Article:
Congratulations on a job, done.
With a 41-17 win, the Chicago Bears (8-7) put Jacksonville (1-14) -- the likely future home of Clemson quarterback Trevor Lawrence -- out of its misery on Sunday and kept control of their playoff destiny with one game left to play.
Far be it for the Bears -- losers of six straight at one point of the year -- to walk into a game overconfident, but the Jaguars had every motivation to lose, and they started Mike Glennon at quarterback. The same Mike Glennon to whom the Bears all but gifted generational wealth ($18.5 million) for what amounted to four starts in 2017. In addition, Jacksonville’s promising rookie running back James Robinson was held out with an ankle injury.
The Bears were expected to win -- and by a lot. Mission accomplished. The Bears scored 30-plus points for the fourth straight game for the first time since 1965, according to ESPN Stats & Information.
Chicago is an opportunistic bunch, to say the least.
The Bears have feasted on the league’s defensive bottom-feeders -- Detroit (31st in total defense), Houston (30th), Minnesota (27th) and Jacksonville (32nd) -- during their recent renaissance.
The Bears have assured themselves of finishing no worse than .500 in each of head coach Matt Nagy’s three seasons. Reaching the playoffs for the second time in three years would all but assure that most of the organization will return in 2021.
How quickly things can change in the NFL.
QB breakdown: Mitchell Trubisky completed 24 of 35 passes for 265 yards, two touchdowns, one interception and one rushing touchdown. For the most part, Trubisky played fine. But the 26-year-old quarterback made a couple of egregious errors -- a terrible interception in the end zone, a near interception that a Jaguars defender dropped, overthrowing a wide-open receiver for what would have been a sure touchdown, etc. Against better teams, that probably would hurt the team’s chances of winning. Whatever happens next year with Trubisky happens. He’s playing really well against really bad teams. Take it for what it’s worth.
Troubling trend: The Bears still get too cute on offense sometimes. On first-and-goal from the Jaguars’ 1-yard line in the second quarter, the Bears called for an end-around handoff to tight end Cole Kmet -- instead of just feeding the ball to workhorse tailback David Montgomery. The handoff to Kmet predictably went for a three-yard loss. The Bears eventually had to settle for a field goal when a touchdown had seemed all but assured before Chicago called for Kmet’s number on first down. The Bears can get away with mistakes like that against inferior teams, but next week against Green Bay, or in the playoffs, the consequences could be dire.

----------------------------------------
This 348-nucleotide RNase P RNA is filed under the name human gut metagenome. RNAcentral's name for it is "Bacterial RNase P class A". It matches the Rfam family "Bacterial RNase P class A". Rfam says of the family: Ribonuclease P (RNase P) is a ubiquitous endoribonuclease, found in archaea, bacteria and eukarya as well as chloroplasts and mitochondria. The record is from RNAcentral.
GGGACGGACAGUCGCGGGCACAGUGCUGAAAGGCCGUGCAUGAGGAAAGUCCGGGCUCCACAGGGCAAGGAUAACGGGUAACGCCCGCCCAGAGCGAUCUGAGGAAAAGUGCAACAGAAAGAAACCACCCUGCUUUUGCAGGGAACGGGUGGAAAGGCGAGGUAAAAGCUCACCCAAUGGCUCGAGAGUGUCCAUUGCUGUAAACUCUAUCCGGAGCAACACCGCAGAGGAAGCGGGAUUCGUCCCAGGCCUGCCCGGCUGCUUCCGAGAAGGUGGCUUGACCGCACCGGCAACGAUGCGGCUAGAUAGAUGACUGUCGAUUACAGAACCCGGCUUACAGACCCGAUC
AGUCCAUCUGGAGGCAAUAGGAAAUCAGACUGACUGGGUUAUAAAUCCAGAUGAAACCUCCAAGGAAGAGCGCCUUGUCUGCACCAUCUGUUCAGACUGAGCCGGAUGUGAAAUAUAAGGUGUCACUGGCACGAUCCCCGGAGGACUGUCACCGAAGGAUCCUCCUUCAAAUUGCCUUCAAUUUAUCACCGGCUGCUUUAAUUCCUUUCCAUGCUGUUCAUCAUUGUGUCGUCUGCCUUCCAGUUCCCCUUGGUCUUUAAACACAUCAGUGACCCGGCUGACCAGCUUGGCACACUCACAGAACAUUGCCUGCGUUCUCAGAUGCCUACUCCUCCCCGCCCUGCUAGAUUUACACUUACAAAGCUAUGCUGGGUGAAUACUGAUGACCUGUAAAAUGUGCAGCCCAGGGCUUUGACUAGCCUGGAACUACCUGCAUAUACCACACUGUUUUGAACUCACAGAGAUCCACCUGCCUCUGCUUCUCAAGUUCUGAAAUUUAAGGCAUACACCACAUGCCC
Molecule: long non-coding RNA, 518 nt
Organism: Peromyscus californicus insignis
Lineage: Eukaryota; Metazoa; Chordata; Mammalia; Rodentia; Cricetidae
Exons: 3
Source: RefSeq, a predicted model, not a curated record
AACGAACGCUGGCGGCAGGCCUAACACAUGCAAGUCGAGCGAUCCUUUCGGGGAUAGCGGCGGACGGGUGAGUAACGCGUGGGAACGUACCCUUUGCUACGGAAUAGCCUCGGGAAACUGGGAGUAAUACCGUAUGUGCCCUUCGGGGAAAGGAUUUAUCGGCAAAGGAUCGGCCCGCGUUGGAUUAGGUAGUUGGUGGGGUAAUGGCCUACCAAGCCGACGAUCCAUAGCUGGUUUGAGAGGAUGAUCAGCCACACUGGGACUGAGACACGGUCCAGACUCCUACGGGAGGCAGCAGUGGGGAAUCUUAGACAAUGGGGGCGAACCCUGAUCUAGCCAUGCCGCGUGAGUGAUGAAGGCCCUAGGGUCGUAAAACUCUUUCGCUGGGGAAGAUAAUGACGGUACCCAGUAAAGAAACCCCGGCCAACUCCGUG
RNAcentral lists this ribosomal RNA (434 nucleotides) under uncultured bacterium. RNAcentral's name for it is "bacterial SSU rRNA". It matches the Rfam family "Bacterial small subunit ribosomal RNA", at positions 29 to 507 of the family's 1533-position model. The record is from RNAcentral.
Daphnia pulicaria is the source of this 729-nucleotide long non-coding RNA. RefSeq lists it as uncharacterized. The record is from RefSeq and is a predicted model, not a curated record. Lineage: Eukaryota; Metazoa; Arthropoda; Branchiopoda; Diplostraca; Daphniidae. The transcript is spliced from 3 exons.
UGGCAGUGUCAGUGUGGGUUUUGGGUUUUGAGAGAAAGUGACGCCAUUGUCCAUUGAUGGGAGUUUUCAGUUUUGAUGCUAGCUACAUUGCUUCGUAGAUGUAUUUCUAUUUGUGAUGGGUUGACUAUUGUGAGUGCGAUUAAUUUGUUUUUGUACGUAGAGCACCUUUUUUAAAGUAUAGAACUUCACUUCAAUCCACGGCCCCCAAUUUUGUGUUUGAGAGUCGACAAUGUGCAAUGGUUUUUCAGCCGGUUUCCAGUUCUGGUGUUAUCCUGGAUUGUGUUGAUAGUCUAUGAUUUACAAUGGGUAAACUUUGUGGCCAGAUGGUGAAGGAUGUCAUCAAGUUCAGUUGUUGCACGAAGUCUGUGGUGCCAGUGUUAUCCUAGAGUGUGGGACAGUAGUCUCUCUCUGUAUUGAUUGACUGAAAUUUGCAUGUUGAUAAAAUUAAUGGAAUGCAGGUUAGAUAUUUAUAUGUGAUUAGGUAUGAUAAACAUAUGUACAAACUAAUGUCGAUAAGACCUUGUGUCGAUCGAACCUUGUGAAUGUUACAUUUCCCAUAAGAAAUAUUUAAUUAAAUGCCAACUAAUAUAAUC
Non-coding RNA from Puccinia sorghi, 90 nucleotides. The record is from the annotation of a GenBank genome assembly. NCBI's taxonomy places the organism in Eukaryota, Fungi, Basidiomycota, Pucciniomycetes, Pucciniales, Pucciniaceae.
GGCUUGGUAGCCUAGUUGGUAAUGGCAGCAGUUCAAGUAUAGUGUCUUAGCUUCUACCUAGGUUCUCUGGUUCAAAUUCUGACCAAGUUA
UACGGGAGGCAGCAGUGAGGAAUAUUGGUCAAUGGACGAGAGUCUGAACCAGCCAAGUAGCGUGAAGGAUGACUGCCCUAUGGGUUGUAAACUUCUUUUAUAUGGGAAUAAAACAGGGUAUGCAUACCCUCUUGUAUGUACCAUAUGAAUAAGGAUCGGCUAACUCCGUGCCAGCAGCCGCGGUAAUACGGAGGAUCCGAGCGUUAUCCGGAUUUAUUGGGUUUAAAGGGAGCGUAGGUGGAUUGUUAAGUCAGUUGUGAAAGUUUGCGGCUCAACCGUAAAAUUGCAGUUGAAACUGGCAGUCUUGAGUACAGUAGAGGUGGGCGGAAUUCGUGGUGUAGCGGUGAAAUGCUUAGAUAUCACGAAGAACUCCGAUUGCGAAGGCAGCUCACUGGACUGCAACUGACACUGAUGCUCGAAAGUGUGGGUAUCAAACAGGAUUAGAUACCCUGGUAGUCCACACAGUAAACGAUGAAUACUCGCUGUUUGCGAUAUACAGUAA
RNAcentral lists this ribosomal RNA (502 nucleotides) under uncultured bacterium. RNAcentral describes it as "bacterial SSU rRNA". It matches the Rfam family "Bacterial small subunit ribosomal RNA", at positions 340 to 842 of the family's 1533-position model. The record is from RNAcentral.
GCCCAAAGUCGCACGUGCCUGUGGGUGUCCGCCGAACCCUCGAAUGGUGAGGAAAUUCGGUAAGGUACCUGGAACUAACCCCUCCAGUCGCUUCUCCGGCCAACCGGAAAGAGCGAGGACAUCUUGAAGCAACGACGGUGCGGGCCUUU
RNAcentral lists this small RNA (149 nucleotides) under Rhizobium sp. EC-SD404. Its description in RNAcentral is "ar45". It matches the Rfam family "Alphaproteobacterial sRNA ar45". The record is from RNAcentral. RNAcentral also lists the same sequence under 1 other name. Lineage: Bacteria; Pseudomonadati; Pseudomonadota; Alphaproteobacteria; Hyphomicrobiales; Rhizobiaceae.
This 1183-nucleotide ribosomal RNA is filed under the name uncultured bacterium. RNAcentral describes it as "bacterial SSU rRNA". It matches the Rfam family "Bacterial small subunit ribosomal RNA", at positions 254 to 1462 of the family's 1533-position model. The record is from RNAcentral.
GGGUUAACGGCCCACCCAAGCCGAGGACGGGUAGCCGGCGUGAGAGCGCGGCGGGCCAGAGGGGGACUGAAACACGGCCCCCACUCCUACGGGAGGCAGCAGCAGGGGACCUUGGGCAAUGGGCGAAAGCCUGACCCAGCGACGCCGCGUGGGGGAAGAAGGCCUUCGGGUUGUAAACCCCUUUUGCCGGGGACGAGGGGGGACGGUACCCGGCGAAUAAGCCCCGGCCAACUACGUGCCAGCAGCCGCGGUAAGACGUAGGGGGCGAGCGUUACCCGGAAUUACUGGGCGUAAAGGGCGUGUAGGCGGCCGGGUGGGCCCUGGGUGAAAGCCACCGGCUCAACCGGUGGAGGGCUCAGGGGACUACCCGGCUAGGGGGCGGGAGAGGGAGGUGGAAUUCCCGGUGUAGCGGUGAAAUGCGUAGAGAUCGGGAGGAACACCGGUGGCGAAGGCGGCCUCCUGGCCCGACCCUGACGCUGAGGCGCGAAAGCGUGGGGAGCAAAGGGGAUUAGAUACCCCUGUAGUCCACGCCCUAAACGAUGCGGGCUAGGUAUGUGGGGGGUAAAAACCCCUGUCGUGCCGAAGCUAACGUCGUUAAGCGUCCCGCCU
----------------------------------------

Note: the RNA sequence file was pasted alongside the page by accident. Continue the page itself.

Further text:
Encouraging trend: Montgomery is on a tear. The former third-round pick carried the ball 23 times for 95 yards and a touchdown. Montgomery has scored a touchdown in five straight games, the longest streak by a Bears running back since Neal Anderson in 1991. After driving fantasy football managers crazy for close to a season and a half, Montgomery has scored seven total touchdowns since the Bears’ bye week (Nov. 22).
A-Rob’s return: Bears wide receiver Allen Robinson played four memorable years for the Jaguars, highlighted by Robinson’s 80-catch, 1,400-yard, 14-touchdown season in 2015. Robinson did not disappoint in his first game back in Jacksonville since he joined the Bears in the spring of 2018. Robinson’s game-high 10 catches for 103 yards put him at 100 receptions for the season -- the first time Robinson has reached the 100-catch milestone. The last Bears wide receiver to catch 100 passes in a season was Brandon Marshall in 2013.
Touchdown machine: Critics universally panned the free-agent contract ($9 million guaranteed and a no-trade clause) that tight end Jimmy Graham signed with the Bears, but the 34-year-old veteran caught his seventh and eighth touchdown passes of the season on Sunday, which ranks second among all NFC tight ends behind only Green Bay’s Robert Tonyan (10). To put that into perspective, Graham had only five combined touchdown receptions in the previous two seasons in Green Bay. Graham also hauled in a season-long 30-yard catch in Chicago’s victory. Graham now has 17 multiple-touchdown games over the course of his illustrious career.
History in the making: Veteran kicker Cairo Santos keeps plugging along. Santos, who has not missed a field goal since Week 3, went 2-for-2 on Sunday and is now tied with Robbie Gould (2006) for the franchise record for consecutive makes (24) in a season. Remember when the Bears used to have a kicker crisis? The Bears have still not signed Santos to an extension, but it feels like a foregone conclusion.